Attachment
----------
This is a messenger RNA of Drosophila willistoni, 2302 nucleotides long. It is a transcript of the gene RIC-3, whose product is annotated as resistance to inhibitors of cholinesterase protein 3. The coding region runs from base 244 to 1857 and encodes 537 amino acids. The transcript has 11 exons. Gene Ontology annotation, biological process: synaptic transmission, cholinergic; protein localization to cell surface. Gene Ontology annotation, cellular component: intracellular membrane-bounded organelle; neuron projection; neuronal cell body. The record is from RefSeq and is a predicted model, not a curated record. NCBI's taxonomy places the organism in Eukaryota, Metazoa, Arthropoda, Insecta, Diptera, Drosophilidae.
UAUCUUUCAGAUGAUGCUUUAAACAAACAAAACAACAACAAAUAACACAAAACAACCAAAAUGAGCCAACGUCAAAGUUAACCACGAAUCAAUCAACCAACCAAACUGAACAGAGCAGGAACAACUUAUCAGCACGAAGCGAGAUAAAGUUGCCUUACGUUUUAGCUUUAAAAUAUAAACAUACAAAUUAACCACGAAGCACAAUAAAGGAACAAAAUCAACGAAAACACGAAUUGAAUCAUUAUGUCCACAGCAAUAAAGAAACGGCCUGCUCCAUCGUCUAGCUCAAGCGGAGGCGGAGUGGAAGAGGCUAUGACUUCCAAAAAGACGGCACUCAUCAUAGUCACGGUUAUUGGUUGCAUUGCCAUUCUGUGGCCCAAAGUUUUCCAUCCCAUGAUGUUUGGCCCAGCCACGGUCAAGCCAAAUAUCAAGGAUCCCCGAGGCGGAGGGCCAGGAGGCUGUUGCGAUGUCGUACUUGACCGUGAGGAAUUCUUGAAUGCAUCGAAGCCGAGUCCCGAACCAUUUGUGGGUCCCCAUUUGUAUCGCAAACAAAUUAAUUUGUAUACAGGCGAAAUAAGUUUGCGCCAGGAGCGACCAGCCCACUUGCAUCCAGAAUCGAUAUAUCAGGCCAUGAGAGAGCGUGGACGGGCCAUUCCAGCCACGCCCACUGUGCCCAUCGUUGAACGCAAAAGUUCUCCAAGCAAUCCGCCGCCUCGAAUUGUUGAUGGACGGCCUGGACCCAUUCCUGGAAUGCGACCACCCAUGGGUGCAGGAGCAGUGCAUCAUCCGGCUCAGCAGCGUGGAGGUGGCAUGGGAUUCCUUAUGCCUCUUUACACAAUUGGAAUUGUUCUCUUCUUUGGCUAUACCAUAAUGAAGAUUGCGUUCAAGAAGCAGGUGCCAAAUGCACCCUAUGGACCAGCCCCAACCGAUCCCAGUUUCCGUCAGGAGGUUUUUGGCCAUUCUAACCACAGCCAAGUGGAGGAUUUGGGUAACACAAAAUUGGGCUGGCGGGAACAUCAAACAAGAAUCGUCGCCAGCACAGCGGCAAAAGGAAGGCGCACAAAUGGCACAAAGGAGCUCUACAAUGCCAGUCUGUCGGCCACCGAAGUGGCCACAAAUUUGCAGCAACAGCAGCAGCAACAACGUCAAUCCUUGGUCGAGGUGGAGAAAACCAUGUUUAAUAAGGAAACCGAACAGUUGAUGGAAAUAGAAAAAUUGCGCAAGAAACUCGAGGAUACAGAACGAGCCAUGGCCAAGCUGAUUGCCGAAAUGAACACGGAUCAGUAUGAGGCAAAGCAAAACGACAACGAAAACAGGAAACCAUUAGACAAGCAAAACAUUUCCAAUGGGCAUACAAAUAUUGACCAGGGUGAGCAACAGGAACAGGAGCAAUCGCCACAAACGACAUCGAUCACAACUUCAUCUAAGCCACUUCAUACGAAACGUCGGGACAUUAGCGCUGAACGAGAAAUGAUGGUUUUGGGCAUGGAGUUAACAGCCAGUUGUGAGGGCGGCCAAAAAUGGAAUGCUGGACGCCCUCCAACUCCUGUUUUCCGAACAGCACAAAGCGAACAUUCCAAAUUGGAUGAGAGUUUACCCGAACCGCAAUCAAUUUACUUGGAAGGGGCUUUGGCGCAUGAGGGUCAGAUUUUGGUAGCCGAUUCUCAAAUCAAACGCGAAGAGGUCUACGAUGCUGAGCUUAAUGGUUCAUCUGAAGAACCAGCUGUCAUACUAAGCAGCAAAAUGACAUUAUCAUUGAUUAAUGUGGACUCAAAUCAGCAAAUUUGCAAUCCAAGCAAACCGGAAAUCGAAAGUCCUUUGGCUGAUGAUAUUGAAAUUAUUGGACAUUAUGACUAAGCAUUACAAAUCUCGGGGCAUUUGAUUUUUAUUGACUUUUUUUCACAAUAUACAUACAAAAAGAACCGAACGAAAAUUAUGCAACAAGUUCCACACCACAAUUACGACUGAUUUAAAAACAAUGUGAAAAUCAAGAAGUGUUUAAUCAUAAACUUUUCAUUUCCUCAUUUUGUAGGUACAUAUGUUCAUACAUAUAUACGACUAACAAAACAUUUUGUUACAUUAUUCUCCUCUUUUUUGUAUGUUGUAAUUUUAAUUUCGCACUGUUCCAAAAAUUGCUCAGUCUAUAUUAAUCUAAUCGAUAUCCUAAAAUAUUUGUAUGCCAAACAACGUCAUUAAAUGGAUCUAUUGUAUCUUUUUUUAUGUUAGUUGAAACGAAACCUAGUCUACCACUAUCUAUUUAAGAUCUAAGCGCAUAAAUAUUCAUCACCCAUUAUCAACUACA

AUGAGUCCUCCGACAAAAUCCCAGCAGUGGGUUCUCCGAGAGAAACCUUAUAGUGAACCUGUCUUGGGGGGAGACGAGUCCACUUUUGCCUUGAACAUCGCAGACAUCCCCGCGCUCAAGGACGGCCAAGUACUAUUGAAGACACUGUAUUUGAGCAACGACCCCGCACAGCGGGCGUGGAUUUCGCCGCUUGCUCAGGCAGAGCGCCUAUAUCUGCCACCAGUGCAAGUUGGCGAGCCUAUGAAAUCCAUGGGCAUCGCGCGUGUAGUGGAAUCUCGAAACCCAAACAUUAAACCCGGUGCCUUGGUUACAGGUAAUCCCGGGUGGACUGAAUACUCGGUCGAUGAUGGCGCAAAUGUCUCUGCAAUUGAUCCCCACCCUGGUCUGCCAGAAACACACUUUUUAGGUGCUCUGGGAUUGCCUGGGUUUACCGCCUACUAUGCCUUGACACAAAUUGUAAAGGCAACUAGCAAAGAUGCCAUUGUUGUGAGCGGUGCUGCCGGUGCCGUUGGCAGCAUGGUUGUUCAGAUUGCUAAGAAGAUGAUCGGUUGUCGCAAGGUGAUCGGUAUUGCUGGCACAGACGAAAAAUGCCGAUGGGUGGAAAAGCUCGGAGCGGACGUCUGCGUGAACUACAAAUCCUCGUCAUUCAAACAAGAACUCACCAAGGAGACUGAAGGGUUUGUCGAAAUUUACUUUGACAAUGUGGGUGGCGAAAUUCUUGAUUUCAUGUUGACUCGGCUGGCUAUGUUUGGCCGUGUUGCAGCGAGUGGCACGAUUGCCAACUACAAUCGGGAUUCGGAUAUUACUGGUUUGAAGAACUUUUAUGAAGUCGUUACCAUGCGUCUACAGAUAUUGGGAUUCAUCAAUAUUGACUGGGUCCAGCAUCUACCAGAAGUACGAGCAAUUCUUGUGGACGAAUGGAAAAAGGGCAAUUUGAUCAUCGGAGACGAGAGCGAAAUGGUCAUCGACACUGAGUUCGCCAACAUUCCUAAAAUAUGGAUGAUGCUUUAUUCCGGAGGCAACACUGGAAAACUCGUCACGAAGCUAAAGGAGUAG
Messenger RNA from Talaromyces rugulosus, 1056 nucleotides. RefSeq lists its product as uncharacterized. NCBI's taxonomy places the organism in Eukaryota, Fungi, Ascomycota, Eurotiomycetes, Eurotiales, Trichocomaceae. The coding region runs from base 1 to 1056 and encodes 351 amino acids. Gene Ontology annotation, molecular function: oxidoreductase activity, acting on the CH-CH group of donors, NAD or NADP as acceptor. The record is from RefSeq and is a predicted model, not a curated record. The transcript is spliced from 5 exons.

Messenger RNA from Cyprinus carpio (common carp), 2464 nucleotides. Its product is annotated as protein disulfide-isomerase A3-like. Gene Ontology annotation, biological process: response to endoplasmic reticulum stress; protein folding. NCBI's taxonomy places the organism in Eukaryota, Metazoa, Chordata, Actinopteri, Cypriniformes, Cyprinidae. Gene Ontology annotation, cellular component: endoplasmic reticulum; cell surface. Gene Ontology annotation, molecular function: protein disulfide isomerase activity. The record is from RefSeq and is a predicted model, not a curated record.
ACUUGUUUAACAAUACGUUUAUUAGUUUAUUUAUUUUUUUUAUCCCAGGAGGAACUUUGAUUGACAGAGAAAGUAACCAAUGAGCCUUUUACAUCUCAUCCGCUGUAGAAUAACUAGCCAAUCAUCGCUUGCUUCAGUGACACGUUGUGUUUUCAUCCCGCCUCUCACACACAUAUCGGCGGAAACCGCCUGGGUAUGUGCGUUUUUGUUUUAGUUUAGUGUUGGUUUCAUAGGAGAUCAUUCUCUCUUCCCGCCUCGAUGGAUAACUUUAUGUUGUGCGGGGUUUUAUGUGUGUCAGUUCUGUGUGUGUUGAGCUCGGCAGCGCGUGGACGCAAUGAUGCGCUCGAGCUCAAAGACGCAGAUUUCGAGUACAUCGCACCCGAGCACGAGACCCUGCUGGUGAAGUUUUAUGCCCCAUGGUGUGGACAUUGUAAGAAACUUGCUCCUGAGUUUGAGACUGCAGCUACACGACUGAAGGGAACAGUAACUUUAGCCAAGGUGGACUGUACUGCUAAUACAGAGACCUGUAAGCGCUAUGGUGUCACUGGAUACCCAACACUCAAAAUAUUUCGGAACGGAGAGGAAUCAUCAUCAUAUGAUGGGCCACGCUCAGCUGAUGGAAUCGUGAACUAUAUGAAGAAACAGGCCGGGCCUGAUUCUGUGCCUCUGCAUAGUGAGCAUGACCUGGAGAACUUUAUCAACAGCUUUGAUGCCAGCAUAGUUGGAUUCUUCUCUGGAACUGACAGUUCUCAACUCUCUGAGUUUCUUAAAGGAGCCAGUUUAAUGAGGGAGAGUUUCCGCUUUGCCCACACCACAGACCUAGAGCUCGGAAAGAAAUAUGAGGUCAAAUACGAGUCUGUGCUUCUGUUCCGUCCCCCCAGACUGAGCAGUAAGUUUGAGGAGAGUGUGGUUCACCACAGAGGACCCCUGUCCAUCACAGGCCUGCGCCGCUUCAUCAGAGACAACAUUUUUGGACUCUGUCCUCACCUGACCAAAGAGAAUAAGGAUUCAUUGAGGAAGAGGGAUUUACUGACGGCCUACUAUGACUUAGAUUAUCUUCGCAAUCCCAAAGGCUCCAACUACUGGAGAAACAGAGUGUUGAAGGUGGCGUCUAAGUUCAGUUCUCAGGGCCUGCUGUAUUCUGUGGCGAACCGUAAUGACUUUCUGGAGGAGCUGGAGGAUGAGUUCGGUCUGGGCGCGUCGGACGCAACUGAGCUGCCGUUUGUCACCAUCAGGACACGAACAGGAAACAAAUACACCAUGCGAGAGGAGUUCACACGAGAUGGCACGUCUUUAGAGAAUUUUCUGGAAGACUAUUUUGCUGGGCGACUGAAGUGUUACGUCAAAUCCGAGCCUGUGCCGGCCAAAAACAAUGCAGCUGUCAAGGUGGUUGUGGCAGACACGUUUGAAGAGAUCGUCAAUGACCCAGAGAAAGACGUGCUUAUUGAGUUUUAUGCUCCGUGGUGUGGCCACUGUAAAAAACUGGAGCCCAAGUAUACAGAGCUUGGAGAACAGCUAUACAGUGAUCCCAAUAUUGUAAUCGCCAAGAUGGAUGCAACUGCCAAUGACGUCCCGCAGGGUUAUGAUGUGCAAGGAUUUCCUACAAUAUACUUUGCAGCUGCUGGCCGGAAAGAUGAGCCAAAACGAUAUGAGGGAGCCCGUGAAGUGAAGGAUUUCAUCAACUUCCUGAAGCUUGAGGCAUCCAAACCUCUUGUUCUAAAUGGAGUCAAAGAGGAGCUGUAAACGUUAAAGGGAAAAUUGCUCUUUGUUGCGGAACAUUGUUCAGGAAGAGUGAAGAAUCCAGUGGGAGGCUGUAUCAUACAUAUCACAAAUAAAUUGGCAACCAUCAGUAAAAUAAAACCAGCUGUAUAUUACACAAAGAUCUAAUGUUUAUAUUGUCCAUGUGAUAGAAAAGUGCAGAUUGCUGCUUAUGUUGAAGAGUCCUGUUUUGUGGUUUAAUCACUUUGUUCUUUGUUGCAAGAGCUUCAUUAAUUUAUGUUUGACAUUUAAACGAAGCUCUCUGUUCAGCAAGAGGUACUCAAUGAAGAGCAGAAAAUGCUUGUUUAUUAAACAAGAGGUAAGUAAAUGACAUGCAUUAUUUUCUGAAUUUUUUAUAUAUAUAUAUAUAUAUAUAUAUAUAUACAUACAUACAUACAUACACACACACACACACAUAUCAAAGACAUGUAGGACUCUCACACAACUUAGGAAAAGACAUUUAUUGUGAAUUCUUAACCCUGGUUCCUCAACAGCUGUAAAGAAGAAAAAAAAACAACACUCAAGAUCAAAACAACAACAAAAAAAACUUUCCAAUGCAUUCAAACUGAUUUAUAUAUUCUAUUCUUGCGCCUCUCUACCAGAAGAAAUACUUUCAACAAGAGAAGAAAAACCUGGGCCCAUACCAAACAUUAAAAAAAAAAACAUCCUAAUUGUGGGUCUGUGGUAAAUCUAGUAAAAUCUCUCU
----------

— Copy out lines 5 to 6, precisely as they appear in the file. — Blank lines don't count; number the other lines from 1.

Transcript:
Messenger RNA from Cyprinus carpio (common carp), 2464 nucleotides. Its product is annotated as protein disulfide-isomerase A3-like. Gene Ontology annotation, biological process: response to endoplasmic reticulum stress; protein folding. NCBI's taxonomy places the organism in Eukaryota, Metazoa, Chordata, Actinopteri, Cypriniformes, Cyprinidae. Gene Ontology annotation, cellular component: endoplasmic reticulum; cell surface. Gene Ontology annotation, molecular function: protein disulfide isomerase activity. The record is from RefSeq and is a predicted model, not a curated record.
ACUUGUUUAACAAUACGUUUAUUAGUUUAUUUAUUUUUUUUAUCCCAGGAGGAACUUUGAUUGACAGAGAAAGUAACCAAUGAGCCUUUUACAUCUCAUCCGCUGUAGAAUAACUAGCCAAUCAUCGCUUGCUUCAGUGACACGUUGUGUUUUCAUCCCGCCUCUCACACACAUAUCGGCGGAAACCGCCUGGGUAUGUGCGUUUUUGUUUUAGUUUAGUGUUGGUUUCAUAGGAGAUCAUUCUCUCUUCCCGCCUCGAUGGAUAACUUUAUGUUGUGCGGGGUUUUAUGUGUGUCAGUUCUGUGUGUGUUGAGCUCGGCAGCGCGUGGACGCAAUGAUGCGCUCGAGCUCAAAGACGCAGAUUUCGAGUACAUCGCACCCGAGCACGAGACCCUGCUGGUGAAGUUUUAUGCCCCAUGGUGUGGACAUUGUAAGAAACUUGCUCCUGAGUUUGAGACUGCAGCUACACGACUGAAGGGAACAGUAACUUUAGCCAAGGUGGACUGUACUGCUAAUACAGAGACCUGUAAGCGCUAUGGUGUCACUGGAUACCCAACACUCAAAAUAUUUCGGAACGGAGAGGAAUCAUCAUCAUAUGAUGGGCCACGCUCAGCUGAUGGAAUCGUGAACUAUAUGAAGAAACAGGCCGGGCCUGAUUCUGUGCCUCUGCAUAGUGAGCAUGACCUGGAGAACUUUAUCAACAGCUUUGAUGCCAGCAUAGUUGGAUUCUUCUCUGGAACUGACAGUUCUCAACUCUCUGAGUUUCUUAAAGGAGCCAGUUUAAUGAGGGAGAGUUUCCGCUUUGCCCACACCACAGACCUAGAGCUCGGAAAGAAAUAUGAGGUCAAAUACGAGUCUGUGCUUCUGUUCCGUCCCCCCAGACUGAGCAGUAAGUUUGAGGAGAGUGUGGUUCACCACAGAGGACCCCUGUCCAUCACAGGCCUGCGCCGCUUCAUCAGAGACAACAUUUUUGGACUCUGUCCUCACCUGACCAAAGAGAAUAAGGAUUCAUUGAGGAAGAGGGAUUUACUGACGGCCUACUAUGACUUAGAUUAUCUUCGCAAUCCCAAAGGCUCCAACUACUGGAGAAACAGAGUGUUGAAGGUGGCGUCUAAGUUCAGUUCUCAGGGCCUGCUGUAUUCUGUGGCGAACCGUAAUGACUUUCUGGAGGAGCUGGAGGAUGAGUUCGGUCUGGGCGCGUCGGACGCAACUGAGCUGCCGUUUGUCACCAUCAGGACACGAACAGGAAACAAAUACACCAUGCGAGAGGAGUUCACACGAGAUGGCACGUCUUUAGAGAAUUUUCUGGAAGACUAUUUUGCUGGGCGACUGAAGUGUUACGUCAAAUCCGAGCCUGUGCCGGCCAAAAACAAUGCAGCUGUCAAGGUGGUUGUGGCAGACACGUUUGAAGAGAUCGUCAAUGACCCAGAGAAAGACGUGCUUAUUGAGUUUUAUGCUCCGUGGUGUGGCCACUGUAAAAAACUGGAGCCCAAGUAUACAGAGCUUGGAGAACAGCUAUACAGUGAUCCCAAUAUUGUAAUCGCCAAGAUGGAUGCAACUGCCAAUGACGUCCCGCAGGGUUAUGAUGUGCAAGGAUUUCCUACAAUAUACUUUGCAGCUGCUGGCCGGAAAGAUGAGCCAAAACGAUAUGAGGGAGCCCGUGAAGUGAAGGAUUUCAUCAACUUCCUGAAGCUUGAGGCAUCCAAACCUCUUGUUCUAAAUGGAGUCAAAGAGGAGCUGUAAACGUUAAAGGGAAAAUUGCUCUUUGUUGCGGAACAUUGUUCAGGAAGAGUGAAGAAUCCAGUGGGAGGCUGUAUCAUACAUAUCACAAAUAAAUUGGCAACCAUCAGUAAAAUAAAACCAGCUGUAUAUUACACAAAGAUCUAAUGUUUAUAUUGUCCAUGUGAUAGAAAAGUGCAGAUUGCUGCUUAUGUUGAAGAGUCCUGUUUUGUGGUUUAAUCACUUUGUUCUUUGUUGCAAGAGCUUCAUUAAUUUAUGUUUGACAUUUAAACGAAGCUCUCUGUUCAGCAAGAGGUACUCAAUGAAGAGCAGAAAAUGCUUGUUUAUUAAACAAGAGGUAAGUAAAUGACAUGCAUUAUUUUCUGAAUUUUUUAUAUAUAUAUAUAUAUAUAUAUAUAUAUACAUACAUACAUACAUACACACACACACACACAUAUCAAAGACAUGUAGGACUCUCACACAACUUAGGAAAAGACAUUUAUUGUGAAUUCUUAACCCUGGUUCCUCAACAGCUGUAAAGAAGAAAAAAAAACAACACUCAAGAUCAAAACAACAACAAAAAAAACUUUCCAAUGCAUUCAAACUGAUUUAUAUAUUCUAUUCUUGCGCCUCUCUACCAGAAGAAAUACUUUCAACAAGAGAAGAAAAACCUGGGCCCAUACCAAACAUUAAAAAAAAAAACAUCCUAAUUGUGGGUCUGUGGUAAAUCUAGUAAAAUCUCUCU